Book Review: Trump and Us: What He Says and Why People Listen by Roderick P. Hart

Roderick P. Hart. Trump and Us: What He Says and Why People Listen. (Cambridge: Cambridge University Press, 2020). pp. 266. £18.99.

Roderick P. Hart’s book was written in a time noisy with the sounds and echoes of Donald Trump’s Twitter feed.  The political world is quieter now.  Former President Trump can hardly be heard from his Florida base.  He has not disappeared, and his continuing influence on the Republican Party and on the practice of US politics is evidenced by the nervous cotillion being performed around him.  Witness Senator Mitch McConnell who, in rapid succession, voted to acquit Trump in the second impeachment trial, made a speech excoriating Trump for his role in prompting the January 6th 2021 attack on the US Capitol, and only days later affirmed that he would ‘absolutely’ support Trump’s return to the White House should the Donald gain the GOP nomination in 2024.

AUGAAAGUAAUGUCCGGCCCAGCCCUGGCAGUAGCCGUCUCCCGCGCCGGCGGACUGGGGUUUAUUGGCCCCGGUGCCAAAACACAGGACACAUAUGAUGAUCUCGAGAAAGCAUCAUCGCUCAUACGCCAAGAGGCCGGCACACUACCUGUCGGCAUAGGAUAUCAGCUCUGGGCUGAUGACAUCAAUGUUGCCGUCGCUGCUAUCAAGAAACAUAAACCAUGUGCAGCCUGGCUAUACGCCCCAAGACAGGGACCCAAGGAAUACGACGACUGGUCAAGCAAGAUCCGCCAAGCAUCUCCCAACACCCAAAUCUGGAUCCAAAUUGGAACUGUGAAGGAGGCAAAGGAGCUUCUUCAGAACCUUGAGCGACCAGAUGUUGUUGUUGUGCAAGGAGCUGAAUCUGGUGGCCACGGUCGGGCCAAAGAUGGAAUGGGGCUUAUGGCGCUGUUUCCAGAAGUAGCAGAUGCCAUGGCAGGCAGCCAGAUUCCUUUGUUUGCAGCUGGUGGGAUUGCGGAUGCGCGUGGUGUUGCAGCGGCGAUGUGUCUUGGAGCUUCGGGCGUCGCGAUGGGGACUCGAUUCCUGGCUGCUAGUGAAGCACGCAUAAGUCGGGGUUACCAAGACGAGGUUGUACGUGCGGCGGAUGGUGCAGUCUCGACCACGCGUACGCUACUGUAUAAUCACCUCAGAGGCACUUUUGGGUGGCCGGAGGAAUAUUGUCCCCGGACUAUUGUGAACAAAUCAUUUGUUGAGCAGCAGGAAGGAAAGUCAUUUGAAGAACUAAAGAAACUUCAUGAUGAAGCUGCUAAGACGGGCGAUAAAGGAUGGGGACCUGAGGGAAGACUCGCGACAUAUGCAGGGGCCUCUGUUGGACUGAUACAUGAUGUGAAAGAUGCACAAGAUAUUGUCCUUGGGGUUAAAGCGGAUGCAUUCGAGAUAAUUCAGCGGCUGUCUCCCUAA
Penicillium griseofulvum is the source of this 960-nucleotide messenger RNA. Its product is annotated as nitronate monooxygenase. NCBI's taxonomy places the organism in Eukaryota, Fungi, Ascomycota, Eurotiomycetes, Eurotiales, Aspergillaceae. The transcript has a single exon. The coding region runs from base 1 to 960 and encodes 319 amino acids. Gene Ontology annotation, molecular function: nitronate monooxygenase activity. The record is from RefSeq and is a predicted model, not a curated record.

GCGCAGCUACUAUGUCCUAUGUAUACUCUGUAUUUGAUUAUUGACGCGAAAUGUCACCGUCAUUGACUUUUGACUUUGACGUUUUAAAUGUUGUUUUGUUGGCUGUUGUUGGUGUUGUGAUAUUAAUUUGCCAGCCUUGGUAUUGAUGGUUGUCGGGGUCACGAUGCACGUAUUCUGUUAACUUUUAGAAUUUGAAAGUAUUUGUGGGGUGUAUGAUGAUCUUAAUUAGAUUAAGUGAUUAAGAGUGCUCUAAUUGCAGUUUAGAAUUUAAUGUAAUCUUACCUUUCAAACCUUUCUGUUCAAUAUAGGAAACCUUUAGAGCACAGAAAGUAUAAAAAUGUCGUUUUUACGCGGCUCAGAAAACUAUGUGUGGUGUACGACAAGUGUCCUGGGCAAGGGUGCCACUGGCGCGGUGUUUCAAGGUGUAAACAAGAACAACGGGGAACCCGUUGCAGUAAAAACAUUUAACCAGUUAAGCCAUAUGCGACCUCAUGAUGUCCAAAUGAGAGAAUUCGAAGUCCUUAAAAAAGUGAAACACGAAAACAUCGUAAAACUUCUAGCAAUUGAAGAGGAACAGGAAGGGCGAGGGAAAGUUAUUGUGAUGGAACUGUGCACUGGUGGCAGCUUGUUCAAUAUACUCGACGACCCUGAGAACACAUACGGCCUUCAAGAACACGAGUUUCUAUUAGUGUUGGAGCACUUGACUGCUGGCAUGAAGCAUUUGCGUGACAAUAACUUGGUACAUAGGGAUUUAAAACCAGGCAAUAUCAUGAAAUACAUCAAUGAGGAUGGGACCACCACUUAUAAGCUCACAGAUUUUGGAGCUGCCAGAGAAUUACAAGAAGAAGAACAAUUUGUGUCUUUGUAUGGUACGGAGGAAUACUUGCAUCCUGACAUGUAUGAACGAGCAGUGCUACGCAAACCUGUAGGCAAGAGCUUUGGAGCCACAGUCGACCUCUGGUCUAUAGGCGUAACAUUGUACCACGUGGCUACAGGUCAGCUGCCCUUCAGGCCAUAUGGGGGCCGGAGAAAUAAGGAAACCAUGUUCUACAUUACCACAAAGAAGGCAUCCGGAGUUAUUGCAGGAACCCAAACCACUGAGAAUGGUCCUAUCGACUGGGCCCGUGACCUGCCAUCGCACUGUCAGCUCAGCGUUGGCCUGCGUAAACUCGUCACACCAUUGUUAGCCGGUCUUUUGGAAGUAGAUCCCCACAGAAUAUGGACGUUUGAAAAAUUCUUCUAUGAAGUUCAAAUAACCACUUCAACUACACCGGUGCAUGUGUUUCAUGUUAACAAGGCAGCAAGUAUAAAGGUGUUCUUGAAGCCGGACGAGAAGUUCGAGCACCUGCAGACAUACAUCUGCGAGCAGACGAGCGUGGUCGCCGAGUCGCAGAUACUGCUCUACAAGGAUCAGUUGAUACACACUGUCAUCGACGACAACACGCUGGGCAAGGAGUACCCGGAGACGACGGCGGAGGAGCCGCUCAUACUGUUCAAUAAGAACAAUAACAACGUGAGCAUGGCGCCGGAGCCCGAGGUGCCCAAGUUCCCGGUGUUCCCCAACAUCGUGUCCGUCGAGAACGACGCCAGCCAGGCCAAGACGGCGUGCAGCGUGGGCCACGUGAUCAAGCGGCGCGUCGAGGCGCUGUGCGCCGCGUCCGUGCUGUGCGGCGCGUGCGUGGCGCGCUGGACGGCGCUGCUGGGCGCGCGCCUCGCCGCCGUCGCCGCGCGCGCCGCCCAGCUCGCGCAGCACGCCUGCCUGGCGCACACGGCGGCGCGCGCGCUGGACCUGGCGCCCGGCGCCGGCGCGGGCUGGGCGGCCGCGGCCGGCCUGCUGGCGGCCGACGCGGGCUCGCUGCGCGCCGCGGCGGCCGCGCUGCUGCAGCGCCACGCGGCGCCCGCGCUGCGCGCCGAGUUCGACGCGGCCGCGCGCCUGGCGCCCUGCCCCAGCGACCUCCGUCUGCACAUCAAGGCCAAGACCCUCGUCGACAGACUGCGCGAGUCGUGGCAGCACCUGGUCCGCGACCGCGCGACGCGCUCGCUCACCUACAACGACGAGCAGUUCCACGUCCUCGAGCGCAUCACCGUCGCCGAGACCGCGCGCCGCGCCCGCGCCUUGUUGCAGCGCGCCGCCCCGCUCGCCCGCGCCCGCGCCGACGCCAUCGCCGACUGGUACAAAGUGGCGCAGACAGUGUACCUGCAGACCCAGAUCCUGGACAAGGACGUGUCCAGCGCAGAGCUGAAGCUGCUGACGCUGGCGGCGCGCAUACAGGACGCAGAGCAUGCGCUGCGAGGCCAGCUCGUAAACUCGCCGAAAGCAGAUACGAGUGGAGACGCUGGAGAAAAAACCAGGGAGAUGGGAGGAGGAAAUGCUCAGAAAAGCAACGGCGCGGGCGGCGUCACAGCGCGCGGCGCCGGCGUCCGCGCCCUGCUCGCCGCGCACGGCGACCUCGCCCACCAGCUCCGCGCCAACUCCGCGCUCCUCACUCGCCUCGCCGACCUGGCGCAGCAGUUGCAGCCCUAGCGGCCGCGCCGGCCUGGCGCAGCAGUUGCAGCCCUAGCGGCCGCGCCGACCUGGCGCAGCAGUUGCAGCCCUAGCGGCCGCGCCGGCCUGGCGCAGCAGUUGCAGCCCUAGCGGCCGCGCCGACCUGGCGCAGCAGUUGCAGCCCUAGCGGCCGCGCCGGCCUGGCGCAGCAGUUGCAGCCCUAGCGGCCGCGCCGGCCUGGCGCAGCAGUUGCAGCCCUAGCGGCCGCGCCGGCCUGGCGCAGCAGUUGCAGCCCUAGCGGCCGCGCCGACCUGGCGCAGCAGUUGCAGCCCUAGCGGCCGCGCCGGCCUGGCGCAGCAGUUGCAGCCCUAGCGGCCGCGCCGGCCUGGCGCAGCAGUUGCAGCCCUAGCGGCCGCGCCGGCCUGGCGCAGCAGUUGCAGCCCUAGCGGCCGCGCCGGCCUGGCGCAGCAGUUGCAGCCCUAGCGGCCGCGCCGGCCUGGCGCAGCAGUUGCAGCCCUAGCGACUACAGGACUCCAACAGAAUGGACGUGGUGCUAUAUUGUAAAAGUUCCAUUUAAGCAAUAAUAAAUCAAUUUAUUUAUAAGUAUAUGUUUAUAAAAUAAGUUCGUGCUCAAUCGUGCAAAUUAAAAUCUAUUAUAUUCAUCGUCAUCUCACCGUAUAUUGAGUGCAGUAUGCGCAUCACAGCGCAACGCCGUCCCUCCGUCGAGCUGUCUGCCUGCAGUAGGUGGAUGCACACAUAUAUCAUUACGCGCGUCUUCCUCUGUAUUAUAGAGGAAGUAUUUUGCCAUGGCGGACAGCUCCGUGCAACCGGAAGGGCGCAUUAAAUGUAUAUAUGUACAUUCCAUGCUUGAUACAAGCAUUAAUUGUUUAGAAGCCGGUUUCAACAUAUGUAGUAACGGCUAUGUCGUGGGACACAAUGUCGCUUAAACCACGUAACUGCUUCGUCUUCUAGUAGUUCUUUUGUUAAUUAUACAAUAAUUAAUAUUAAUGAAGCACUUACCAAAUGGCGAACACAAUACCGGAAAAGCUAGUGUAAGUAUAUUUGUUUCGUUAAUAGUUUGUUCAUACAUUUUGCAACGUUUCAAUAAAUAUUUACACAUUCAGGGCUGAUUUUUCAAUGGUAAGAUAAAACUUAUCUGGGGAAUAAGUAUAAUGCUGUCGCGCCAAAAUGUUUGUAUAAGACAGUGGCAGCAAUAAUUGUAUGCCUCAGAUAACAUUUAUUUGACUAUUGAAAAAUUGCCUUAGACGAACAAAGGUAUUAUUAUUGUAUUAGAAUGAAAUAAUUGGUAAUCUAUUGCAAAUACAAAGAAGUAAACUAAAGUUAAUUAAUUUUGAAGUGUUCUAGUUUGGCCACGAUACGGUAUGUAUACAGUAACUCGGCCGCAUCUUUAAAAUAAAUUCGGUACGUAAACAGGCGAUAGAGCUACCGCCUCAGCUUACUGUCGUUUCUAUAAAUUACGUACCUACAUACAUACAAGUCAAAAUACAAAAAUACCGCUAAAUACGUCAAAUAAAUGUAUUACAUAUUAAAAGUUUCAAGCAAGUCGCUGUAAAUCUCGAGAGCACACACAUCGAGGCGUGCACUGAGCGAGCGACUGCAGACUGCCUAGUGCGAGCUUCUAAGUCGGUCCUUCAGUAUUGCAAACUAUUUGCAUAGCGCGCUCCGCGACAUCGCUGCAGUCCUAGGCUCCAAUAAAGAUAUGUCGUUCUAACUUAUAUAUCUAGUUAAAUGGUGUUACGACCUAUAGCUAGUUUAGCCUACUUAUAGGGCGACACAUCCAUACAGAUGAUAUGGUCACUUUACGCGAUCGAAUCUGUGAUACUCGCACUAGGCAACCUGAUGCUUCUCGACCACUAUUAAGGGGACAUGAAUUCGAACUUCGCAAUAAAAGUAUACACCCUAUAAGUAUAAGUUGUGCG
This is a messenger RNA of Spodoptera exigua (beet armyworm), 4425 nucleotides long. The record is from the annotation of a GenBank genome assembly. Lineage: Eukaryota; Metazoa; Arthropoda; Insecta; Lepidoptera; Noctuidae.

Representative Kevin McCarthy, Leader of the Republican Party in the US House of Representatives, was just one of the prominent members of the party who visited Florida to pay homage to the former president within days of the impeachment acquittal.  In Washington, the Republican Party’s officeholders have proved impervious to President Biden’s gestures towards a cross partisan approach to the economic, social and health problems facing the nation.  Rod Hart’s research, embedded though it is in data from the 2016 election, provides insight into the caution with which these political leaders are addressing the question of how to progress after Trump’s 2020 election defeat.